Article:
Unit 1: Intro to Design
Unit 2: Figma Fundamentals
Unit 3: The Creative Process
Unit 4: Color Theory
Unit 5: Introduction to Illustrator
Unit 6: Typography
Unit 7: Layout
Unit 8: Typesetting
Unit 9: User Interface Design
Unit 10: Design Systems
1 of 2

Wireframing

Please watch lecture for visual examples.

What is wireframing?

Wireframing is an integral part of all digital design processes—both in product design and general web design practices. A wireframe can be thought of as the blueprint for your design.

What does a wireframe consist of?

  • Wireframes are created in greyscale and typically do not contain final assets, rather they utilize placeholder boxes or objects to represent where final assets will live and what scale and aspect ratio these final assets will take.
  • Wireframes should contain an accurate grid structure and solid foundational layout.
  • Wireframes should accurately depict space and aspect ratios of sections and elements.

Why do we create wireframes?

Wireframes act as a key tool in presenting your initial concepts for a website or application to various stakeholders—from colleagues and managers, to developers and business stakeholders.

Wireframes must accurately represent the final form your designs will take, as you will share them as an interim step before advancing to high-fidelity UI design. It is at the wireframing stage that most structural conversations occur about where elements are placed or positions, how various elements or interactions occur, and how your target users will interact with the final designs.

It is only after your wireframes have been reviewed and approved that high-fidelity design will begin. Ultimately, this saves you a lot of time in the design process, since most decisions about functionality will have been agreed upon at this stage.

Understanding fidelity

In design, we use the term ‘fidelity’ to express how fully-fleshed out a design is in it’s current form. We typically discuss fidelity in three forms:

Low-fidelity

Low-fidelity, or lo-fi, is a minimal representation of your design. Lo-fi is typically a form of thumbnailing or wireframing created in either outlines or greyscale and will have basic and minimal representation of your concept and elements on the frame.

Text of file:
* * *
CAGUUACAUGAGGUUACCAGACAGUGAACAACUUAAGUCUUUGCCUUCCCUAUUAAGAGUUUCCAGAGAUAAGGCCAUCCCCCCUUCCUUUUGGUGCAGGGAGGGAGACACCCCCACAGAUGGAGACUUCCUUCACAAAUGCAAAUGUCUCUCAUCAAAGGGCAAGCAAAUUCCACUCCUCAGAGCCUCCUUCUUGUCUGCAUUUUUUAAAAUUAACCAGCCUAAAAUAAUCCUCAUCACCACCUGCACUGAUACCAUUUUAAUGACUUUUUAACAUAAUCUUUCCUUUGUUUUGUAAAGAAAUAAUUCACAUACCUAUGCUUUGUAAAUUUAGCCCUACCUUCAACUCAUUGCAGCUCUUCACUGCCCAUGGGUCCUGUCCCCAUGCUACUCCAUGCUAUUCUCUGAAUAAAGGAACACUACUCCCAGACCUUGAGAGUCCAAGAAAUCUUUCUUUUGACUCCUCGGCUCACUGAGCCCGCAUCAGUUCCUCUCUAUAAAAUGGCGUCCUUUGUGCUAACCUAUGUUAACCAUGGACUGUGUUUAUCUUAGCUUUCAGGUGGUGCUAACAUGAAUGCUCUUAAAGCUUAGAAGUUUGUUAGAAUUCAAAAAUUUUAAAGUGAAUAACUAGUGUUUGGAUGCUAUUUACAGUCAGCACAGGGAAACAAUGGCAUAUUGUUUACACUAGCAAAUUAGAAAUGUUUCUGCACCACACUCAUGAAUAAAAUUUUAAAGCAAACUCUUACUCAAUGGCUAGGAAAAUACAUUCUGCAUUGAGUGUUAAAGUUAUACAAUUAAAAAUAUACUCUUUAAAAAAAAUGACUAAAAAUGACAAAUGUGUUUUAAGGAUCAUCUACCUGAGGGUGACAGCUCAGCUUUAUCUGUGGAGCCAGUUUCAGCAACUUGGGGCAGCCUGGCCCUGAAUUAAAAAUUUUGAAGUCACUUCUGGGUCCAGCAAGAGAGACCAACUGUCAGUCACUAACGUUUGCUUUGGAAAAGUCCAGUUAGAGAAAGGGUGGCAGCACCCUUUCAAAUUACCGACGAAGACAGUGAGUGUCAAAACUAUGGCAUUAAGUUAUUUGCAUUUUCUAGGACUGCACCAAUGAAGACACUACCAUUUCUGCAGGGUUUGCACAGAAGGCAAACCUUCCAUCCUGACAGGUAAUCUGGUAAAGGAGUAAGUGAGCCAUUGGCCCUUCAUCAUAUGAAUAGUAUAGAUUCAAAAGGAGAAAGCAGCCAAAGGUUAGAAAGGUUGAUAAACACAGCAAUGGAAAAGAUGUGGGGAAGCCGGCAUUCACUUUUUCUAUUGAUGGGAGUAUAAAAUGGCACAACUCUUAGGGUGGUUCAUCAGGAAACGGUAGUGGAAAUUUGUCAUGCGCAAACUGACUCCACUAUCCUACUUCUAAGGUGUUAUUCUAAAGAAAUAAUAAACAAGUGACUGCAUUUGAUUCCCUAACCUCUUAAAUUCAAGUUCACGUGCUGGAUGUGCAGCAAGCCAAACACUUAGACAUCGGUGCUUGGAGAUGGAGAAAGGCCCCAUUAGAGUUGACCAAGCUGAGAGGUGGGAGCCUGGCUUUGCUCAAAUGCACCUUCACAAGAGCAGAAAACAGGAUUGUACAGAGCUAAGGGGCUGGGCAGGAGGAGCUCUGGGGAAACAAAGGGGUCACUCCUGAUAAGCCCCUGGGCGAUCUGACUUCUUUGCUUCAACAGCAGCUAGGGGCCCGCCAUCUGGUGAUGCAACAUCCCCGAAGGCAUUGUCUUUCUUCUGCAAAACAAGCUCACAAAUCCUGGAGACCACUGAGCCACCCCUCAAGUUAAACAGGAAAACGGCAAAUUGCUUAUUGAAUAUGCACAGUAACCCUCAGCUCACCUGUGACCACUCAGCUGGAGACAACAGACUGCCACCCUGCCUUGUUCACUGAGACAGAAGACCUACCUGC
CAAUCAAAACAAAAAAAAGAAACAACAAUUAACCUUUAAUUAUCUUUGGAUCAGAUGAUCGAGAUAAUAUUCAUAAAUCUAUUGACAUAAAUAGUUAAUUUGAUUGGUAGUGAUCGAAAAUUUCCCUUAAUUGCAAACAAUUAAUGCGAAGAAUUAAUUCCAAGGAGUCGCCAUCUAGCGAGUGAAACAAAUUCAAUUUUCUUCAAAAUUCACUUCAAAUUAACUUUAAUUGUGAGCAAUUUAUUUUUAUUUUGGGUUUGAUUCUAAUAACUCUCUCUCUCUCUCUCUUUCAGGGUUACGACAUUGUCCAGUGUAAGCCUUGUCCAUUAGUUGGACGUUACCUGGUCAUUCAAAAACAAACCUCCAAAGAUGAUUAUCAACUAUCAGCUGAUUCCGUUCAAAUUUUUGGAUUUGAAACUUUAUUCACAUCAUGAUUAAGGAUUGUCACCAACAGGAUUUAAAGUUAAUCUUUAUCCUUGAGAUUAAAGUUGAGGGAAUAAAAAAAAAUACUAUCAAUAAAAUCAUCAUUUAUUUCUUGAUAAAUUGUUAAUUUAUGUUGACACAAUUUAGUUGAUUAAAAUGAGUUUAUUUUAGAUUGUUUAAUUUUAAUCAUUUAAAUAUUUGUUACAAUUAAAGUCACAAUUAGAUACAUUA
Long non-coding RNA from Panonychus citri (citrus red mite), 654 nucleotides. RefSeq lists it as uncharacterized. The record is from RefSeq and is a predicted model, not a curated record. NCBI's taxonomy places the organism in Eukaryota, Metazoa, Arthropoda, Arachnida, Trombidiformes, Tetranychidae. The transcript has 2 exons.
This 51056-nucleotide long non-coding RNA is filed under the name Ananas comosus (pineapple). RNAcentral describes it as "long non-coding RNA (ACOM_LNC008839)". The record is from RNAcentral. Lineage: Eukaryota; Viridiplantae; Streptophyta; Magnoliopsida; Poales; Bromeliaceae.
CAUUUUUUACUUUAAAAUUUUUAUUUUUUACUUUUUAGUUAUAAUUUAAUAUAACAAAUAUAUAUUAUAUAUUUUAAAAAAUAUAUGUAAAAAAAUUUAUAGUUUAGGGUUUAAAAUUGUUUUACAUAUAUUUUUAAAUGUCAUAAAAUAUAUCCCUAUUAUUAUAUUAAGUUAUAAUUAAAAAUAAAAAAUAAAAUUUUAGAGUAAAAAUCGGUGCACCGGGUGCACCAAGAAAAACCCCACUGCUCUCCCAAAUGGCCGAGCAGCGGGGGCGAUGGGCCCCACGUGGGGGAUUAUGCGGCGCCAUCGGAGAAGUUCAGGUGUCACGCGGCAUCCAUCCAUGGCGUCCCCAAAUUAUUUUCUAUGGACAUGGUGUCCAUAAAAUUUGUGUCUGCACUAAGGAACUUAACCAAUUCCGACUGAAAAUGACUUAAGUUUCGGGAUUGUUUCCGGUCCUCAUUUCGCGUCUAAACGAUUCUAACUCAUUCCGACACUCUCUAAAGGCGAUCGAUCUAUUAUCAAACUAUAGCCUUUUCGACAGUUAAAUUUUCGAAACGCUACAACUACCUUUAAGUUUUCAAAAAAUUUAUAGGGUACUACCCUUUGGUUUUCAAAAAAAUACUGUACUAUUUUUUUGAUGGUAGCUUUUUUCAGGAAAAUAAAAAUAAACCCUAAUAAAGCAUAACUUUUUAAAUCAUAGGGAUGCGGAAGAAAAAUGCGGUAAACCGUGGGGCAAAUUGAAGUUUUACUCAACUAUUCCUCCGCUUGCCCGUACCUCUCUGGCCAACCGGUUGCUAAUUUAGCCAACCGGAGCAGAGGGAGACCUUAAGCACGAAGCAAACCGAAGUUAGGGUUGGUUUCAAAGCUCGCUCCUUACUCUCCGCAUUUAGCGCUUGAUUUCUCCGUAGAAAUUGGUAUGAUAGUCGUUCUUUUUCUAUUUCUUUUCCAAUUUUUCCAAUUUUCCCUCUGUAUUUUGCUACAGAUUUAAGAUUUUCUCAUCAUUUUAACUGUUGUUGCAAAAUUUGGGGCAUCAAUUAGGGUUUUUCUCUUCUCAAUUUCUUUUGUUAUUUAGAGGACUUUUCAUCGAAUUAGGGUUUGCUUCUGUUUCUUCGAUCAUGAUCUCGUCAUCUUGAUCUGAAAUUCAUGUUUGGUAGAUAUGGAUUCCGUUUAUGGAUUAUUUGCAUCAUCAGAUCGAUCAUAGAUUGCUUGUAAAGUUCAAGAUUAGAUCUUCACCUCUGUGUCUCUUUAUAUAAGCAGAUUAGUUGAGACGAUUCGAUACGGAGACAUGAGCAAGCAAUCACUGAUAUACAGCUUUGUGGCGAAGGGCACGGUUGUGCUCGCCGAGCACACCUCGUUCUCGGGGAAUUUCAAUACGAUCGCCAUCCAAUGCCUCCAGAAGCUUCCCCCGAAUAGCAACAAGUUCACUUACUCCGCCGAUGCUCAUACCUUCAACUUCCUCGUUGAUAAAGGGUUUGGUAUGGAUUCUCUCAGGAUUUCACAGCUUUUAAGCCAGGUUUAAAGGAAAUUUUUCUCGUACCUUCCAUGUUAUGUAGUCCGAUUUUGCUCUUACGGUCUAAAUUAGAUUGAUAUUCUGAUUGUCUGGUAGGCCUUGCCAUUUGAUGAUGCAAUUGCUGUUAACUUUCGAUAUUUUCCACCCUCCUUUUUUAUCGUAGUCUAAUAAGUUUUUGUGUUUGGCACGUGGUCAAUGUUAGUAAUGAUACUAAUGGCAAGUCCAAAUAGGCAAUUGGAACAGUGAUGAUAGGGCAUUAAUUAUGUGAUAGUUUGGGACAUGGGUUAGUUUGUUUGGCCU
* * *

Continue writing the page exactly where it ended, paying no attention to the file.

You may uses boxes and bars for all elements, including text. You may not have final content, fonts or icons chosen yet at all.

The reason to create something in lo-fi is to get a general sense for space, grid structure, overall layout, and placement of elements on a frame. You may choose to create low-fi wireframes when you are crunched for time and need to get quick buy-in on your initial ideas or concept.

Mid-fidelity

Also known as mid-fi, this is the fidelity most useful wireframes should be created in. Mid-fi should showcase highly specific and accurate spacing and placement of elements.

While you should still be using greyscale and placeholder boxes for assets, this is when the introduction of actual content, font choices, and icons can be very important. Mid-fi should be nearly pixel-perfect—meaning you have carefully considered everything you have placed on your frame and do not anticipate much changing as you move to high-fidelity besides the introduction of UI, color, and final assets.

When sharing your mid-fi wireframes, you want your design to be as close to the final form it’s going to take as possible, so the feedback you receive is comprehensive and accounts for the expected final.

Sharing mid-fi wireframes with developers is highly encouraged and typically expected in most professional product teams. It is at this fidelity that the majority of technical capabilities, dependencies, and edge cases will be discussed. It is also common to put mid-fi wireframes forward in front of actual users during usability testing to determine viability—which you will learn more about in the UX unit.

High-fidelity

High-fidelity is what you probably envision when you think of a “design”. Hi-fi is fully fleshed out, in full color, houses all correct and final assets, and has been “skinned” with the appropriate User Interface design guidelines—whether created from scratch or sourced from a design system library.

While it is very tempting to jump straight to hi-fi, high-fidelity should not be created until your mid-fi wireframes have been reviewed, proved viable, and approved.

It is important to note that the use of these three terms may vary depending on where you find yourself working, as some teams may choose to define these terms different. Following the above as a guide in your own process is a great start, and will be similar to many other designers’ processes, but be sure to ask your colleagues and managers how they prefer to work with fidelity.

Scroll to Top